Originally posted by RonB:

And who is it that is sufficiently wise enough to judge whether, in the end, the faith of the Aztecs was as legitimate, or as valid as mine?

Yes. That was sort of my point.

Originally posted by RonB:

Then, too, your arguments are illogical. For example, your argument that the faith of the Aztecs being rooted in deeply held beliefs and carrying their civilization for centuries gives it legitimacy and validity.

That's not what I said. I said the two beliefs were as legitimate as each other, with one not being less valid than the other. It is merely a historical fact that Aztecs had deeply held religious beliefs, and that their very civilization depended on them. In that context, it is irrelevant what those beliefs actually were.

Originally posted by RonB:

The same could be said of slavery - rooted in deeply held beliefs and carrying civilizations for centuries. Does that mean that slavery should be considered as legitimate and and as valid as my belief that it is wrong?

See above. This conclusion is based on your misinterpretation of what I said.
11/08/2007 02:44:11 PM · #99
Originally posted by RonB:

Originally posted by Scalvert:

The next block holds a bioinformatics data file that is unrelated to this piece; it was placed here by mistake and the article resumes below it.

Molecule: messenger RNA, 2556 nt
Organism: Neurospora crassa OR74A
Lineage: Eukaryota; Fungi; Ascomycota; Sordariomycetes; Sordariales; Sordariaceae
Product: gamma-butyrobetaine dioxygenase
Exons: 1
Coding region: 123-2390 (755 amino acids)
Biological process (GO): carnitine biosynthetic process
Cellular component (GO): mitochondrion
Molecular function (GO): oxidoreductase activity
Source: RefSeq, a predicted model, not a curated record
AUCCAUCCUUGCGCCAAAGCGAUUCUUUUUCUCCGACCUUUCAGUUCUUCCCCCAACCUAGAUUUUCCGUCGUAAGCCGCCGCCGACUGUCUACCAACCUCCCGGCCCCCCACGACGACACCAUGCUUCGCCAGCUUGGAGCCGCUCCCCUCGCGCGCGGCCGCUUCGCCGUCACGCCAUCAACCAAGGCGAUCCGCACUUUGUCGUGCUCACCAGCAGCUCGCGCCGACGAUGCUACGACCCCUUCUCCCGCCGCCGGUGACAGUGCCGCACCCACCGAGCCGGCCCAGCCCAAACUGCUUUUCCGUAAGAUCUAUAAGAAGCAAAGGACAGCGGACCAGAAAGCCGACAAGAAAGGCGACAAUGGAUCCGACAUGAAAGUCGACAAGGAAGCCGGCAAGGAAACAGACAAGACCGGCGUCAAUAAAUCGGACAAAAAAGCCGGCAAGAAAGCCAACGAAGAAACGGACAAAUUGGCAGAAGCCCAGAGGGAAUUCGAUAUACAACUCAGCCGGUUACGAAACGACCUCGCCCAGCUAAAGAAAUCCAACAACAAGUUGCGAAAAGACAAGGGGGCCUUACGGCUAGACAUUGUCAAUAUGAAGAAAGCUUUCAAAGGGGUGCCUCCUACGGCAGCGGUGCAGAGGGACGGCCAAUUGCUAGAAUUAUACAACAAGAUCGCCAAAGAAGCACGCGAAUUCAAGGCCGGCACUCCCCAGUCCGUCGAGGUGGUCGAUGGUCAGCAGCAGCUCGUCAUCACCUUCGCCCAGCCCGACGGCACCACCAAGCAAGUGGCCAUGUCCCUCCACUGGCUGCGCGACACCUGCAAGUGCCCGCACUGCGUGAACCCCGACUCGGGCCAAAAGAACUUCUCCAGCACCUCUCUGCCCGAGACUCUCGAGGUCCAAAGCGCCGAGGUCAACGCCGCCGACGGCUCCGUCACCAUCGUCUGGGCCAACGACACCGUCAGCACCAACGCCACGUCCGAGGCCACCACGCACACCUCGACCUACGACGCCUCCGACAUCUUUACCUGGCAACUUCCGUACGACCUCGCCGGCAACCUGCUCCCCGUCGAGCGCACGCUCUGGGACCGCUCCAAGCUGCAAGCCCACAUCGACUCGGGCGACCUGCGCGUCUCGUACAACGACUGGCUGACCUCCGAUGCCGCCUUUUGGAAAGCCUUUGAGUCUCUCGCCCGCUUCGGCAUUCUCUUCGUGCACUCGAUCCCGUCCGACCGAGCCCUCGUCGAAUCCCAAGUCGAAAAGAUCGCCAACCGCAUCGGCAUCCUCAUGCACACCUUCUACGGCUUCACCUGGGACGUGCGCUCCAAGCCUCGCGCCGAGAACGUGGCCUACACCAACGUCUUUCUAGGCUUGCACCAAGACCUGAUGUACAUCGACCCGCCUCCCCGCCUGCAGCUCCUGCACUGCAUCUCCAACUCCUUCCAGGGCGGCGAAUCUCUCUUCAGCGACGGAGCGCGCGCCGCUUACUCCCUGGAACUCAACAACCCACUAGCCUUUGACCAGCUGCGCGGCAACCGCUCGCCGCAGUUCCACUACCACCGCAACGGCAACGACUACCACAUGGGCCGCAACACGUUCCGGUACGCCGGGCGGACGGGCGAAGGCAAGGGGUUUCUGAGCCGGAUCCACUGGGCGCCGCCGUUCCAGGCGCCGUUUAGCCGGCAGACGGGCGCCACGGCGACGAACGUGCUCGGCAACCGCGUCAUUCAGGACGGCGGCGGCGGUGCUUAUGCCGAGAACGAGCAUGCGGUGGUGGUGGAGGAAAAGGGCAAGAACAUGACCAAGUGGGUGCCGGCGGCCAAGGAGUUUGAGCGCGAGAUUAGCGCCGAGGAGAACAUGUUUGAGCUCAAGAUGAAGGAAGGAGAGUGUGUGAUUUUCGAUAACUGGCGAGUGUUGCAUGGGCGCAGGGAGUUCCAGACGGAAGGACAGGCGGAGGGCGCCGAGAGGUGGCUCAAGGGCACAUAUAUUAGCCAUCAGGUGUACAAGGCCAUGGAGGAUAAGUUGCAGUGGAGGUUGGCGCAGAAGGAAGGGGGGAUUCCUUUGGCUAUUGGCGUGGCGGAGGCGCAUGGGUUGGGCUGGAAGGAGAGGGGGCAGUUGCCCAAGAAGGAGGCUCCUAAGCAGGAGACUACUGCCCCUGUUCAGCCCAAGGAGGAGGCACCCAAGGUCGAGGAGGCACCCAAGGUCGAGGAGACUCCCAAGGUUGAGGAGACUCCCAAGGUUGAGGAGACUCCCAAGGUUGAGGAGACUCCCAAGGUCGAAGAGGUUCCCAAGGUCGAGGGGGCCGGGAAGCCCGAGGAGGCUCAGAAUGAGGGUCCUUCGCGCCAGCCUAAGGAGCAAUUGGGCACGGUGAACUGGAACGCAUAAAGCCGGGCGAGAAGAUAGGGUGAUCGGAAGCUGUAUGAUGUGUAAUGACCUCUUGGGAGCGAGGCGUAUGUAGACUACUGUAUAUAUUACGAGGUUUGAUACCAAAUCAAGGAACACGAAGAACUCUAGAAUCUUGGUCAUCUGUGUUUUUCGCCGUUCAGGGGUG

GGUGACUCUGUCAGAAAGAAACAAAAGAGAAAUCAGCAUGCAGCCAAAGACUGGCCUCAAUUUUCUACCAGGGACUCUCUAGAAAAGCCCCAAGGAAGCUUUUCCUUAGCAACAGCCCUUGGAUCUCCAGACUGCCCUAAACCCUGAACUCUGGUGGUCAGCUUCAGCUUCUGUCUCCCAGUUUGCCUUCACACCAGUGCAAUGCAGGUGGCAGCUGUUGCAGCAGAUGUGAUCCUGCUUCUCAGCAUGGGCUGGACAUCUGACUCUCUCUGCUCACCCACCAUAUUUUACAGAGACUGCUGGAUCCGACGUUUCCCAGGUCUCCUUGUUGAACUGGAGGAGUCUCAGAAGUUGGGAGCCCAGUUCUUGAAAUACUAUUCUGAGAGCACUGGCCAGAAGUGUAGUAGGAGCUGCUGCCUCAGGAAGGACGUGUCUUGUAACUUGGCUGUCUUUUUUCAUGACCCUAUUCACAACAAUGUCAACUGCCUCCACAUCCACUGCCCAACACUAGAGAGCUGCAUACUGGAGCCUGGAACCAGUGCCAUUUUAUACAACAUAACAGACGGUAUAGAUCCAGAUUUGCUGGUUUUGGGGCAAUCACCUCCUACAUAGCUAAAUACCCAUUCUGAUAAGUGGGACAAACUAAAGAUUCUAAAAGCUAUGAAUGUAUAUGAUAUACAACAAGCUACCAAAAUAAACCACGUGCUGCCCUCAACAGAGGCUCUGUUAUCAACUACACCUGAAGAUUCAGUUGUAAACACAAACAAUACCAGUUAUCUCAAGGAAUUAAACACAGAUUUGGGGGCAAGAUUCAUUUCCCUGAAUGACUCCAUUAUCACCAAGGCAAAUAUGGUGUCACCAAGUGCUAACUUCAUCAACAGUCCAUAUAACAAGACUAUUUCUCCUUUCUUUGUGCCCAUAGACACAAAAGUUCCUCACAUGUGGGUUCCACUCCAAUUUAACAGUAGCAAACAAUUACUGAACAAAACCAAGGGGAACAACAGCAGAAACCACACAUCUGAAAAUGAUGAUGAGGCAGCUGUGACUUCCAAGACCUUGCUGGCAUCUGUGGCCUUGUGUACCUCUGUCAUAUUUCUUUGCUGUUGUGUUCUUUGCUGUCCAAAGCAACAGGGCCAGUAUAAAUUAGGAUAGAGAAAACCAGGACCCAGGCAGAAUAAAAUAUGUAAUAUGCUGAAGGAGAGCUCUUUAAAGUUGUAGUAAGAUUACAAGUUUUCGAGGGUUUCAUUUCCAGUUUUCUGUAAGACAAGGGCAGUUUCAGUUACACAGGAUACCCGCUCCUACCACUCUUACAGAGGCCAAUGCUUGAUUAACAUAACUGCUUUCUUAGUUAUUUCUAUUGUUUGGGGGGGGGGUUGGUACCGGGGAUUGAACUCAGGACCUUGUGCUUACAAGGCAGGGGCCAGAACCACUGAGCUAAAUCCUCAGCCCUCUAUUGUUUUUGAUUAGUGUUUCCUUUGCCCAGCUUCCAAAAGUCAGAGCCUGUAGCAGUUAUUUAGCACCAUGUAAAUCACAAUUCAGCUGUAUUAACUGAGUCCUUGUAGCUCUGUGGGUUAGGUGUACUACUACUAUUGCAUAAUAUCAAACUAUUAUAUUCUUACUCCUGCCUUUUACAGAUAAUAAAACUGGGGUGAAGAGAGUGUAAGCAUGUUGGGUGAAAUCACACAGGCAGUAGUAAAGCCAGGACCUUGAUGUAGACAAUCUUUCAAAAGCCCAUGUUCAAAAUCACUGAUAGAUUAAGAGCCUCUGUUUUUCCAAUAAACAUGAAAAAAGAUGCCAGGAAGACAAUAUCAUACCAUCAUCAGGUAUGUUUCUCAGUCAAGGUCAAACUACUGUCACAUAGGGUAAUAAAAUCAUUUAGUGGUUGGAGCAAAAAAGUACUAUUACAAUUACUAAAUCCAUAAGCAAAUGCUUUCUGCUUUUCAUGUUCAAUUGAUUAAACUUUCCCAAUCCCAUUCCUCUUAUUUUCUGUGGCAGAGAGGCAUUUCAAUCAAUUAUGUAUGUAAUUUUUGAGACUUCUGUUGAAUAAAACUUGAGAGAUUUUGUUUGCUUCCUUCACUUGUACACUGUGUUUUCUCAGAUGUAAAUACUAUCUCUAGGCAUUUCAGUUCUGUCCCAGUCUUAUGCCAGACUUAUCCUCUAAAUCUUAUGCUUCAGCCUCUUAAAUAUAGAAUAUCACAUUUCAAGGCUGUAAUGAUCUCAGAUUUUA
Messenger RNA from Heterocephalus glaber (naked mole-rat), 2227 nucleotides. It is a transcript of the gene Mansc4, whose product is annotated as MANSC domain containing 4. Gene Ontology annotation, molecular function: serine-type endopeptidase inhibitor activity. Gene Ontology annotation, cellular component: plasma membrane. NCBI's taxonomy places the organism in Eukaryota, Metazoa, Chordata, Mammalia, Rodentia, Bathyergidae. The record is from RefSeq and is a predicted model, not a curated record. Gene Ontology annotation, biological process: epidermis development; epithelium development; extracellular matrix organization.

Ah, so 100 ton dinosaurs (creatures that moves along the ground) WERE on the Ark alongside woolly mammoths, but simply weren't mentioned. That's priceless. :-)

If you say so.
Because, surely, I didn't.


Did I misunderstand or did you not answer the question? Where exactly do the dinosaurs fit in biblical accounts of history? If you say dinosaurs never existed or were some sort of unproven theory, I'm going to laugh myself into a coma. If you suggest that extinct 100 ton animals were kept on a wooden boat with humans during the worst storm in recorded history, it'll probably result in the same coma. If you claim that the vast majority of biodiversity that ever existed on this planet just popped into existence after humans, without a single historical mention of animals as impressive and unmistakable as an Apatosaur, and then became magically buried under hundreds of feet of rock much older than the earliest evidence of man... well, I'll try to contain my laughter, but the aforementioned coma still looms. Hopefully you have a better explanation. ;-)
11/08/2007 02:52:15 PM · #100
Originally posted by scalvert:

Ah, so 100 ton dinosaurs (creatures that moves along the ground) WERE on the Ark alongside woolly mammoths, but simply weren't mentioned. That's priceless. :-)


Hey, scalvert,

have you ever wondered if the Brachiosaurus was a “clean” or “unclean” animal? Could you imagine seven pairs of those things on a barge?